Yudhoyono, however, failed to act on the team's suggestions.

KPK deputy chief  Bambang Widjojanto announces his request for a  leave of absence.  (Antara Photo/Fanny Octavianus)


Bambang on Monday submitted his request to be temporarily relieved of duty pending the investigation against him.

"Bambang Widjojanto has come to the KPK to take care of the paperwork for his suspension as deputy chairman," said Johan Budi, the antigraft body's director for corruption prevention.

Bambang's lawyer, Usman Hamid, said his client had decided to temporarily step down from his post out of respect for the Constitution and code of ethics, following his naming by the police as a criminal suspect.

"Of course [the request] must first be discussed with the KPK chairman and the president," Usman said.

He added that he and the team of lawyers advising Bambang did not personally support his request for a leave of absence, given that he was in the midst of overseeing investigations into several high-profile corruption cases, including one centering on Budi Gunawan.

The KPK hopes Joko will choose not to appoint Budi as National Police chief, pointing out that the inauguration would hamper their efforts in investigating allegations of massive bribery against Budi, Usman said.

"The KPK is making extensive progress in their investigation [on Budi]. They certainly don't want to see their efforts foiled by an inauguration," he said. "Joko needs to cancel the appointment, not just delay it."

Reacting to Bambang's recent surprise move, chairman Abraham said KPK will likely deny the request, citing the deputy's much-needed role in overseeing ongoing cases and investigations.

A group of prominent civil society groups submitted on Monday a report to the National Commission for Human Rights, or Komnas HAM, alleging possible rights violations committed in the police's arrest of Bambang on Friday.

The Anticorruption Civil Society Coalition, which includes the Commission for Missing Persons and Victims of Violence (Kontras), Indonesia Corruption Watch and MigrantCare, contends the police violated an article of the 2002 Child Protection Law when they arrested Bambang at his home in the presence of his young daughter.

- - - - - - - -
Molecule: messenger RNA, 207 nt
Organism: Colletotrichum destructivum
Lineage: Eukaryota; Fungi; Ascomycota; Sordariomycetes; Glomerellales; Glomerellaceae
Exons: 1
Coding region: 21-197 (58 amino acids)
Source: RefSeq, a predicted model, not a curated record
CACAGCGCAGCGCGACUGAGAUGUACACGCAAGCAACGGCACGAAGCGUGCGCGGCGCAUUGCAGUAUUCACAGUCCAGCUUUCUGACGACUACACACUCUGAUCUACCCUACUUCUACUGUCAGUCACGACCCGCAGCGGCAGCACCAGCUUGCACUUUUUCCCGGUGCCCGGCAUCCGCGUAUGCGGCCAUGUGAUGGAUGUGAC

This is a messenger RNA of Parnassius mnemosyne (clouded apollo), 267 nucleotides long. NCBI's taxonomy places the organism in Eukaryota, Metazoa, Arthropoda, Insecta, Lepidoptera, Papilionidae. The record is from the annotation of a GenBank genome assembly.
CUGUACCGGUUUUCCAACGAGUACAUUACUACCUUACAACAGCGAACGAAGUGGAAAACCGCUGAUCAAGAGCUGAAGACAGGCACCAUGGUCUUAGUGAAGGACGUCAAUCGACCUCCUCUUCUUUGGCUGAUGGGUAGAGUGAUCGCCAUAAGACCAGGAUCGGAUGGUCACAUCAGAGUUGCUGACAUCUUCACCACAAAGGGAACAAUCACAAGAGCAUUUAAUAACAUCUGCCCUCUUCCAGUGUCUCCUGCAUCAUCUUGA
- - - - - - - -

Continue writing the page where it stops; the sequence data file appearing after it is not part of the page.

Police investigators had not only taken her into custody along with her father, but also questioned her during the car ride to police headquarters.

"This clearly violates her rights," said Anies Hidayah from Migrant Care, as quoted by

Ade Irawan, a researcher from ICW, said the police also violated arrest procedures as regulated in the criminal code, by arresting Bambang without first serving him a warrant.

The anti-corruption coalition has demanded Komnas HAM to investigate possible rights violations made during the arrest and to publish its findings within the next seven days.

Bambang was conditionally released on Saturday morning.

He stands accused by a legislator from Joko's PDI-P, Sugianto Sabran, of compelling witnesses to perjure themselves during hearings over a district election dispute in 2010.

Bambang at the time was a lawyer for one of the parties involved in the dispute, who was eventually declared winner of the election.

Sugianto, a prominent timber tycoon, was on the opposing side.

The KPK deputy chief is now considering filing a counter suit against Sugianto, said Bambang's lawyer Nursyahbani Katjanegara, but declined to disclose further details.

Investigation resumed

With Bambang released from police custody, the antigraft body resumed their investigation into Budi's case on Monday by summoning three officers from the National Police to KPK headquarters in Kuningan, South Jakarta, for questioning as witnesses.

They included Brig. Gen. Herry Prastowo, police director for general crimes, who reportedly transferred up to Rp 300 million ($23,950) into Budi's bank account between January and May 2006 — a fraction of the Rp 54 billion that the PPATK had traced through the "fat" accounts from 2005 to 2006.

The other two officers questioned on Monday were: Sr. Comr. Ibnu Isticha, Budi's subordinate during his stint at the National Police's career development bureau; and Comr. Sumardji, deputy chief of the Jombang district police in East Java.

Among the three, it is Herry who has come under close scrutiny for reasons other than the absorbent amount of money he allegedly channeled to Budi.

Herry ignored a summons for questioning last week and is now the detective in charge of Bambang's investigation.